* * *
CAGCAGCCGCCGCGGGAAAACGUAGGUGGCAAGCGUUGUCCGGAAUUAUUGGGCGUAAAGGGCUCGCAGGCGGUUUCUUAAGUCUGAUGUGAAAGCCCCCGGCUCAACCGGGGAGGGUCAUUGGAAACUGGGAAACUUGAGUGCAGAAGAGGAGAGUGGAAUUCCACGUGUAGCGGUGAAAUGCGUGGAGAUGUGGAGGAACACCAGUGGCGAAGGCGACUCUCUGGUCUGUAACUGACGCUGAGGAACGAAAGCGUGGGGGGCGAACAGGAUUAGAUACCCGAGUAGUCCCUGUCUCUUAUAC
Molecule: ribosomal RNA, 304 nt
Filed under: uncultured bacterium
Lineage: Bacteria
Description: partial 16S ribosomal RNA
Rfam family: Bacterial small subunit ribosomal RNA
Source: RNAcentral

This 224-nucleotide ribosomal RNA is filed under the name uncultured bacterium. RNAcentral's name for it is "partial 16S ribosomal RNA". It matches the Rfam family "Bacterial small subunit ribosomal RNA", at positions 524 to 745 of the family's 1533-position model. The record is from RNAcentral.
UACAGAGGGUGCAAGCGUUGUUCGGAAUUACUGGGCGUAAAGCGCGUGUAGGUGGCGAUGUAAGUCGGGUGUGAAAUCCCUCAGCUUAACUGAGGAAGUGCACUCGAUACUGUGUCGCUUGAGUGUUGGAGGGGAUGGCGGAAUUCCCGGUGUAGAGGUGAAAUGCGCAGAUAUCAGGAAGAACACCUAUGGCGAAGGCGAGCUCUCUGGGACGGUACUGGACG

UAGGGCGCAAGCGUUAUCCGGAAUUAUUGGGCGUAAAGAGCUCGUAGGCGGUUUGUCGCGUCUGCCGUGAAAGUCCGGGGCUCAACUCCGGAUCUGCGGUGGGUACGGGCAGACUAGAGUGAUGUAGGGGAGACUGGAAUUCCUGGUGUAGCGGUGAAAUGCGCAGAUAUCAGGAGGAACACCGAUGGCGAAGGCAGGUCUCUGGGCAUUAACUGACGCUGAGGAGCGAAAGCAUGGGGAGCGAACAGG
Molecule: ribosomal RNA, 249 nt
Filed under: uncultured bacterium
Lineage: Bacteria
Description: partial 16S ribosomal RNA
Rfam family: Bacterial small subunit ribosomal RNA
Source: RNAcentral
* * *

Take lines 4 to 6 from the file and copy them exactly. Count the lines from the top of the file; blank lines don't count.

Lineage: Bacteria
Description: partial 16S ribosomal RNA
Rfam family: Bacterial small subunit ribosomal RNA